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Work for good in the public square

by
23 March 2010

Churches should join forces with liberal secularist society, argues John Saxbee

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The Church and Secularity: Two stories of liberal society
Robert Gascoigne
Georgetown University Press £18.75
(978-1-58901-490-9)

THIS IS an important, topical, and timely book. Important, because it explores ways in which Churches can be in alliance with, rather than always at odds with, liberal secular societ­ies.

Topical, because whether the Churches choose to define them­selves in relation to, say, beginning-and-end-of-life ethics and sexual ethics, or in relation to socio-economic and justice issues, has never been more important.

Timely, because it is written from a pro-Vatican II Roman Catholic perspective, and develop­ments under Pope Benedict indicate that some degree of regression to a pre-Vatican II ethos may be in evidence.

By a “liberal society” Gascoigne means a society in which appeal to tradition is not sufficient to con-strain or limit individual freedom. Of course, Churches are closely identified with received tradition; so there is a built-in tension be­tween them and liberal society. By analysing the “two stories” told by liberal society, however, Gascoigne argues that it is possible to find a means of resolving this ten­sion.

The first of these stories is of individual freedom as the opportunity to use tradition as a resource to promote the common good and the participation of all people, and especially the most marginalised people, in the decisions that affect their destiny.

The second story is of individual freedom as purely self-indulgent acquisitiveness, in which traditional virtues and values are left behind in the rush to secure one’s own inter­est. It is the difference between positive and negative freedom; be­tween non-instrumental and instru­mental relationships; between love of neighbour and love of self.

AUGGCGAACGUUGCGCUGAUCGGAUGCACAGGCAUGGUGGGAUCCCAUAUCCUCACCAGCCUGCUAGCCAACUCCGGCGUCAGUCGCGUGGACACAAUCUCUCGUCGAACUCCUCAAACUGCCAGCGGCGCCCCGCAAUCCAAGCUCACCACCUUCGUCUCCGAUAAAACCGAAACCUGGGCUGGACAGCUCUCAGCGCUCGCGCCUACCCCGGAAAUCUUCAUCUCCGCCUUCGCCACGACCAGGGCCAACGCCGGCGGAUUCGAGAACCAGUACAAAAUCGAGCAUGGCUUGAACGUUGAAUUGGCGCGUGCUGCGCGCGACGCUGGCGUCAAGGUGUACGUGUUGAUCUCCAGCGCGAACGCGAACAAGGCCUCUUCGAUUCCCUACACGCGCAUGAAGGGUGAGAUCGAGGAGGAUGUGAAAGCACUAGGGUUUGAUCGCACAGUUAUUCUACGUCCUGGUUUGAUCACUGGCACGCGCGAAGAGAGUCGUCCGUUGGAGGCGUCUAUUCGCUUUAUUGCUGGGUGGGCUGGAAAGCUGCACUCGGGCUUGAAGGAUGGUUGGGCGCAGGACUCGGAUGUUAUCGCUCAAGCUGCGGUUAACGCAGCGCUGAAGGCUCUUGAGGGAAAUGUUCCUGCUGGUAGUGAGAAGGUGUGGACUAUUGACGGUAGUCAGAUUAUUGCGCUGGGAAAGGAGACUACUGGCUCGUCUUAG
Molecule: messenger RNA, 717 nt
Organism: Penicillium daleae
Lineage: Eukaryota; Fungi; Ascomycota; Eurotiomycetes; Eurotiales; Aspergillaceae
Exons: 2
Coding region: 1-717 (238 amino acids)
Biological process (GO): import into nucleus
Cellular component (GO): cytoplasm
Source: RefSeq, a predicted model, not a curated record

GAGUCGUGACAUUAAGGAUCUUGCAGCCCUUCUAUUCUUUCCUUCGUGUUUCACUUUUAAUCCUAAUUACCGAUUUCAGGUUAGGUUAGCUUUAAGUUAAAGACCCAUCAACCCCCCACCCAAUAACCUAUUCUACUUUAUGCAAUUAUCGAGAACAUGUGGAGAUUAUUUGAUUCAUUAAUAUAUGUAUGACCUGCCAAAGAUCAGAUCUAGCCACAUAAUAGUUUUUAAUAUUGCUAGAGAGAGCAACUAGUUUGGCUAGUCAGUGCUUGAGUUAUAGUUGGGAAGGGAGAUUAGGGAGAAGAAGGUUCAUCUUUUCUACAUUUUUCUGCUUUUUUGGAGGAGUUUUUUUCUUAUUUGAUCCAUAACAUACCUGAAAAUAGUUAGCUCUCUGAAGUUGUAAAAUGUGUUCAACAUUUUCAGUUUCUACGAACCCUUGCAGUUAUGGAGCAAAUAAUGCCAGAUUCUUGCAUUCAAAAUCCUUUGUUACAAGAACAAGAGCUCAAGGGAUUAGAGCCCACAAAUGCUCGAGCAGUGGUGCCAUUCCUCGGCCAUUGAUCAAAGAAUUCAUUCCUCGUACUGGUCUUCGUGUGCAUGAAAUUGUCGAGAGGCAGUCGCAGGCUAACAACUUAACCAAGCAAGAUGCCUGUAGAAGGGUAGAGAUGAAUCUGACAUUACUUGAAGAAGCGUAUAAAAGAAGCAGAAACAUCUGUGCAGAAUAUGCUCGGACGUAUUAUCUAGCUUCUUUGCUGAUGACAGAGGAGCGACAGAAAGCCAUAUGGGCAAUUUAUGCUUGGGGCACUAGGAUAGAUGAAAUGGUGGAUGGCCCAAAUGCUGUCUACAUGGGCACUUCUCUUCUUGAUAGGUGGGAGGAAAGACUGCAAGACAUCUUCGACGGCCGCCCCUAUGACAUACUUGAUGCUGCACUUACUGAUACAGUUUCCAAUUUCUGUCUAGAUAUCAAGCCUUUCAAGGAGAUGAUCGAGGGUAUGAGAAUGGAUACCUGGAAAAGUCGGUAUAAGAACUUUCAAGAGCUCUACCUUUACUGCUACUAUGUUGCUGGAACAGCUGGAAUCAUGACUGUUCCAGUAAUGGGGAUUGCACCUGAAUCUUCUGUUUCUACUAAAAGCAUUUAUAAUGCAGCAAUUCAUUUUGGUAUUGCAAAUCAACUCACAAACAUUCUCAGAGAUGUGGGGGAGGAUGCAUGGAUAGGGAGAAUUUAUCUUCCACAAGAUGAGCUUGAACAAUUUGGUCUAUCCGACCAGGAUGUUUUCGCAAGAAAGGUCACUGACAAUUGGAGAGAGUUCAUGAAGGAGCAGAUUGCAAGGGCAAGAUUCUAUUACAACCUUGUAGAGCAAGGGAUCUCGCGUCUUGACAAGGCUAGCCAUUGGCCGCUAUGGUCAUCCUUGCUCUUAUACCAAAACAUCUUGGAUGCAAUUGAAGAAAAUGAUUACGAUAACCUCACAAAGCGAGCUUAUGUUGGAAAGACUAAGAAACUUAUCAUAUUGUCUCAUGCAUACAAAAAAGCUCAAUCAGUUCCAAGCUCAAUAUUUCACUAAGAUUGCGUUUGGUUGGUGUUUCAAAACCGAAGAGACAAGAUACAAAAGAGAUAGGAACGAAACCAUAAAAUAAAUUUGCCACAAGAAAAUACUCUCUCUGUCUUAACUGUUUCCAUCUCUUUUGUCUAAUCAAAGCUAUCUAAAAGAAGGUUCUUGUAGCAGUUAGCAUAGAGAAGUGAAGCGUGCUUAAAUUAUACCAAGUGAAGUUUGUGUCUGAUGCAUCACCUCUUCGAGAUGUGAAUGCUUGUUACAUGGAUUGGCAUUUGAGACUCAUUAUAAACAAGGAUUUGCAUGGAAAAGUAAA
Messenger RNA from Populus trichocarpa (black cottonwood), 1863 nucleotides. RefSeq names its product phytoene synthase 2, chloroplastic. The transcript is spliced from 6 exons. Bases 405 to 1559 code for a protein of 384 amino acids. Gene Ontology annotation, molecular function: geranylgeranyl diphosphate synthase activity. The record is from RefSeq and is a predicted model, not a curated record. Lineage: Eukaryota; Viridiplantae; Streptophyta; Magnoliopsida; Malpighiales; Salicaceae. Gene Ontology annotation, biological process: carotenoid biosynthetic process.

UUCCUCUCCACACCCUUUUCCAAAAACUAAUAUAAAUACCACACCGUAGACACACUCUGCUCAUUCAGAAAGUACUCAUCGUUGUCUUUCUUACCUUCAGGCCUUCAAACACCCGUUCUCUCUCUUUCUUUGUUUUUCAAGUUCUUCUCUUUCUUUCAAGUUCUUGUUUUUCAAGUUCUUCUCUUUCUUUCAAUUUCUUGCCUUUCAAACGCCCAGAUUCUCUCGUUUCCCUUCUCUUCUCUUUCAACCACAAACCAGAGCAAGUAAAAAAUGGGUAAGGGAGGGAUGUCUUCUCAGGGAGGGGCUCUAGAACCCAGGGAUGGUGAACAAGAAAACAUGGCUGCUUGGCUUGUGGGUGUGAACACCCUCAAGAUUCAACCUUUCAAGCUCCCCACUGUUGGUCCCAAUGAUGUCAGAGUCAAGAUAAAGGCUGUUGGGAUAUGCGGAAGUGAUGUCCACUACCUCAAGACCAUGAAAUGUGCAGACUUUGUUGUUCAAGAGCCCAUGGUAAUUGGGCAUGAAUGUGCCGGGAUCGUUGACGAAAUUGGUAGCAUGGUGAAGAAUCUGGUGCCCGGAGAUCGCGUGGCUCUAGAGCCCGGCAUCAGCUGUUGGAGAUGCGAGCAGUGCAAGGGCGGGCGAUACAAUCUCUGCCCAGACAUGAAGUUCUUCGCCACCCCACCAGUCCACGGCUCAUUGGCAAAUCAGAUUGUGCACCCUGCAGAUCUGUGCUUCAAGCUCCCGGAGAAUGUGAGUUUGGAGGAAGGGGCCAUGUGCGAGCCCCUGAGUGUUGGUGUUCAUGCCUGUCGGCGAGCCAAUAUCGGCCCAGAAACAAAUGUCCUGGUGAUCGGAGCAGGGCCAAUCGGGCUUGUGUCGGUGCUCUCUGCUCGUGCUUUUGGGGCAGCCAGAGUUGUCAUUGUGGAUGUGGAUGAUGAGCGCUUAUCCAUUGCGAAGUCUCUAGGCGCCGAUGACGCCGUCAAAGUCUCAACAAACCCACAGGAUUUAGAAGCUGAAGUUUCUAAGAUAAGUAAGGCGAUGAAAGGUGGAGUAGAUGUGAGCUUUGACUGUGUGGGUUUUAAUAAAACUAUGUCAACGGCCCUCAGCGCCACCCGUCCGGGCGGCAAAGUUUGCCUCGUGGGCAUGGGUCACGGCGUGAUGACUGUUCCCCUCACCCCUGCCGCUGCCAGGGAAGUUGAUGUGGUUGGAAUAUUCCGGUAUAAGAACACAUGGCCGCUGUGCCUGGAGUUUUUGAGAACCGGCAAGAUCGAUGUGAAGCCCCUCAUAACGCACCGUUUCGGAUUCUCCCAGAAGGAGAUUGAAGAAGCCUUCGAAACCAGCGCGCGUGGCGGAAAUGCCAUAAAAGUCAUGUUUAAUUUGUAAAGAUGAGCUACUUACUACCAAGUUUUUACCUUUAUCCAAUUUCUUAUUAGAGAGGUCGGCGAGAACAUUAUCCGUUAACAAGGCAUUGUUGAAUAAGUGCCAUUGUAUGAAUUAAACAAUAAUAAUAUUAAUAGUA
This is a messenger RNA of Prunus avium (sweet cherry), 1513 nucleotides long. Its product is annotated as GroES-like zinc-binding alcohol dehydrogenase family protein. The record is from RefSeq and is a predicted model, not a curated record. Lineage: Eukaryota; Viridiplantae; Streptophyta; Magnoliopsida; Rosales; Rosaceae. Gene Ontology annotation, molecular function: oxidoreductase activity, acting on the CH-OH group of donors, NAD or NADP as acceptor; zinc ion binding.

In dialogue with the likes of Oliver O’Donovan, Charles Taylor, Andrew Shanks, and William Cavanaugh, and drawing heavily on Vatican II’s Pastoral Constitu-tion on the Church in the Modern World, Gaudium et Spes, and Augus­tine’s City of God, Gascoigne shows how the positive story told by liberal society can enable Christianity and secularity to work together in the public square for the sake of the common good.

Indeed, when the Churches re-late to such a positive story in a positive way, then it can bring to bear on liberal society the virtues of humility, reverence, and self-giving, as well as enabling it to be strength­ened and inspired by hope in order to flourish and sur­vive.

But all this does require Churches in general, and the Roman Catholic Church in particular, to be prepared to see liberal society as a partner in affirming human rights and the dignity of the individual rather than as a pariah wedded to non-ecclesial moral stances based more on polit­ical correctness than theological integrity.

Indeed, when the Churches re-late to such a positive story in a positive way, then it can bring to bear on liberal society the virtues of humility, reverence, and self-giving, as well as enabling it to be strength­ened and inspired by hope in order to flourish and sur­vive.

But all this does require Churches in general, and the Roman Catholic Church in particular, to be prepared to see liberal society as a partner in affirming human rights and the dignity of the individual rather than as a pariah wedded to non-ecclesial moral stances based more on polit­ical correctness than theological integrity.

This looks like a tall order for Roman Catholicism, given its current in­transigent attitude to equal rights for gay people and women in the Church; but moves within Anglican­ism to put issues of global justice and human rights before personal ethics when it comes to creating positive partnerships with like-minded secularists does hold out some hope that Gascoigne’s chal­lenging vision can be realised in the future.

Dr John Saxbee is the Bishop of Lin­coln.

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